The Geopolitics of the Global Mineral Supply Chain
Mark P. Mills, Senior Fellow Manhattan Institute, Faculty Fellow Northwestern University School of Engineering, and Partner in Montrose Lane, an Energy-Tech Venture Fund joined Grayson Brulte on The Road to Autonomy Podcast to discuss the geopolitics of the global mineral supply chain.
The conversation begins with Mark discussing his review of the book Unsettled by Physicist Steven Koonin in the Wall Street Journal and how it led to the Manhattan Institute’s Facebook page being temporarily suspended. Grayson raises the point about debates and how debates were instrumental in the founding of The United States.
Shifting gears, Grayson asks Mark about his time as a physicist at Bell Northern Research and at the RCA David Sarnoff Research Center.
RCA was then the company of consequence. RCA was the company that did as much for communications as Apple and Google and Cisco and others of the modern era did back then.– Mark P. Mills
With everything becoming more efficient, crypto mining farms popping up everywhere, and more electric vehicles coming online daily, Grayson asks Mark if the world has enough electricity to support the increased energy demand. We currently produce enough, but that could change in the future.
The single most important thing about electricity is not how you make it. That is derivative. It’s how you make it to support the two objectives which is: As I need it at scale, the price matters, because the more of it you use, you want it to be cheaper, not more expensive. And, I want to have the electricity when I need it.– Mark P. Mills
Mark goes on to discuss the history of the energy grid and how the grid is a series of networked grids. With the colonial pipeline having been recently hacked, Grayson asks Mark how secure the electric grid is today and what can be done to secure the grid from potential cyber-attacks.
The electric grid is remarkably secure, currently.– Mark P. Mills
Staying on the topic of resources and what is need to ensure that energy can continue to flow uninterrupted, Grayson asks Mark what happened in 1990 that led The United States to lose its position as the world’s number-one producer of minerals. This was caused by regulation and the political environment at that time. Sensing an opportunity, China expanded its mining and refining capabilities.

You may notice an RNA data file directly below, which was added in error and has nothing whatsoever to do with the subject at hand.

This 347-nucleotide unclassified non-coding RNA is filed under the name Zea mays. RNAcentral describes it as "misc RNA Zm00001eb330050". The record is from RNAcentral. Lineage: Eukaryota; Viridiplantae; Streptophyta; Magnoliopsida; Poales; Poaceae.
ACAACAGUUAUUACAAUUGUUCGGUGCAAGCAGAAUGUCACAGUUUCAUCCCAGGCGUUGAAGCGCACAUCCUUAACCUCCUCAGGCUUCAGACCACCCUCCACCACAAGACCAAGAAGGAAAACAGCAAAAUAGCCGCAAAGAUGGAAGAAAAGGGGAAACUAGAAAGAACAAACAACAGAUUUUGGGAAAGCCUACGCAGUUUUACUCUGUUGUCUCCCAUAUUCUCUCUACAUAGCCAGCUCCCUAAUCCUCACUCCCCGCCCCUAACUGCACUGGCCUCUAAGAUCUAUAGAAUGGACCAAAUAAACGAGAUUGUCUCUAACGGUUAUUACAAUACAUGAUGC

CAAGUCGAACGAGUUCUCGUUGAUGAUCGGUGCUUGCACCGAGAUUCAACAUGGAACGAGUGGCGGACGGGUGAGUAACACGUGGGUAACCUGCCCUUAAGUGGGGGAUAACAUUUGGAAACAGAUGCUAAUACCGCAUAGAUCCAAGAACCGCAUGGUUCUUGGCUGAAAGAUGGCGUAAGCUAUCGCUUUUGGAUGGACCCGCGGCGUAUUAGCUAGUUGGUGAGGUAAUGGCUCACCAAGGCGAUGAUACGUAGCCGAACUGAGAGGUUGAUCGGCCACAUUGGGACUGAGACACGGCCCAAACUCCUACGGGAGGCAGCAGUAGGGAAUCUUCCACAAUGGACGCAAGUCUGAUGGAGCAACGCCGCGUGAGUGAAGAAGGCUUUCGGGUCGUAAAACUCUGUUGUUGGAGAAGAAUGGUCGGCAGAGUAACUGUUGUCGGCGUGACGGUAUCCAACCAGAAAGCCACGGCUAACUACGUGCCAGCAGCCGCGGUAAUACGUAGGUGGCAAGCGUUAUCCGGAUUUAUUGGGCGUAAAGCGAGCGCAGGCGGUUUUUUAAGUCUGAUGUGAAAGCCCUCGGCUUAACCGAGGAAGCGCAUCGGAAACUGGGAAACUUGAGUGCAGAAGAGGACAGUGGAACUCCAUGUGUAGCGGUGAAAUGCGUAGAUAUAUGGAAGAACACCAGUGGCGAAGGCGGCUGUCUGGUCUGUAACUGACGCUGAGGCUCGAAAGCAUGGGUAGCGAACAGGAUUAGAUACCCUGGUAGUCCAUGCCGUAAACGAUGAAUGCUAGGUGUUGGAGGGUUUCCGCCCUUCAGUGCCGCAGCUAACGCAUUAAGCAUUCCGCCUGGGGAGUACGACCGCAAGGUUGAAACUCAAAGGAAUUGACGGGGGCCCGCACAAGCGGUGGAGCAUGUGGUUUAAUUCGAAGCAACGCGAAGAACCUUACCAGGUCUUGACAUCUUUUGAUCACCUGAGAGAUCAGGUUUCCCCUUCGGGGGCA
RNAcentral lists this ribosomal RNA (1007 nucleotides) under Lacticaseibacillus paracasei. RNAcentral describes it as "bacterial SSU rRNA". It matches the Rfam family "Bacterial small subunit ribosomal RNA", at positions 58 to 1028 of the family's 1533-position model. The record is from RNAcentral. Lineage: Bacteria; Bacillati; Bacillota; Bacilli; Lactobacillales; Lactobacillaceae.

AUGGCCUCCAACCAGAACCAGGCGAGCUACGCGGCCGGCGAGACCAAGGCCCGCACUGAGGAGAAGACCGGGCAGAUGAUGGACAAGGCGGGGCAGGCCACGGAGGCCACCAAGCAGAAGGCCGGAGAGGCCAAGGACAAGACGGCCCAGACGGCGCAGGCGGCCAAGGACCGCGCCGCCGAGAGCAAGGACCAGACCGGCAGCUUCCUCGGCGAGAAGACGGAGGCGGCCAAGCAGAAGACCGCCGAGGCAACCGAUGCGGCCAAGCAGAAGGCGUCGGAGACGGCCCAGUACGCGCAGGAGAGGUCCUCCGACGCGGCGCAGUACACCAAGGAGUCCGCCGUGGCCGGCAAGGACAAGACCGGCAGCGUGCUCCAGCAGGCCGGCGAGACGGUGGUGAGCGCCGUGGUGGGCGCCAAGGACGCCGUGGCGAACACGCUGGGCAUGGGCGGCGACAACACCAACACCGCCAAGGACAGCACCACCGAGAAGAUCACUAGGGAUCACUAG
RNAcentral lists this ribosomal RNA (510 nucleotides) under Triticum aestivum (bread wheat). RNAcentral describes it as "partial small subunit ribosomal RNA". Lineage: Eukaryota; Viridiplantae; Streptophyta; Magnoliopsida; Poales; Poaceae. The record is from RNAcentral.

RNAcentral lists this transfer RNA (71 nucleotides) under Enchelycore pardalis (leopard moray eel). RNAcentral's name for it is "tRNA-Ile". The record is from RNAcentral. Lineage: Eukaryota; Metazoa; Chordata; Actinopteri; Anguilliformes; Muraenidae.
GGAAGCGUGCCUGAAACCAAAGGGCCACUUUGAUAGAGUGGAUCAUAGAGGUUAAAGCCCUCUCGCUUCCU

China is the world’s biggest refiner of critical minerals.– Mark P. Mills
The United States is 100% dependent on the importation of 17 key minerals and imports over half of its needs for another 29 minerals. These minerals are needed for electric vehicles. At this time, The United States does not have a secure supply chain for electric vehicles.
This raises the question of how can The United States transition to an all-electric vehicle future when the supply chain is controlled by a geopolitical foe, China?
If your energy system is dependent on a handful of supply chain routes and a hand full of supply chain suppliers, if anything happened that took that handful out, there is a massive impact. You do not have optionality. You do not have optionality at any price.– Mark P. Mills
The supply chain for minerals is volatile with Chile, China and the Democratic Republic of the Congo controlling the mineral supply chain and mineral refining. With a lack of new mines coming online and limited access to copper and minerals, Mark explains what the economic impact would be on the economy.
Every single feature of the minerals world relevant to energy is on track to rising, not declining prices.– Mark P. Mills
After focusing on the economics of minerals and the impact of the supply chain, Grayson and Mark discuss mining minerals and how minerals are mined.
Wrapping up the conversation, Grayson and Mark discuss why the geopolitical issues of the mineral supply chain are not broadly discussed. Securing the mineral supply chain for electric vehicles is the only way to ensure the adoption of electric vehicles.
Recorded on Thursday, May 13, 2021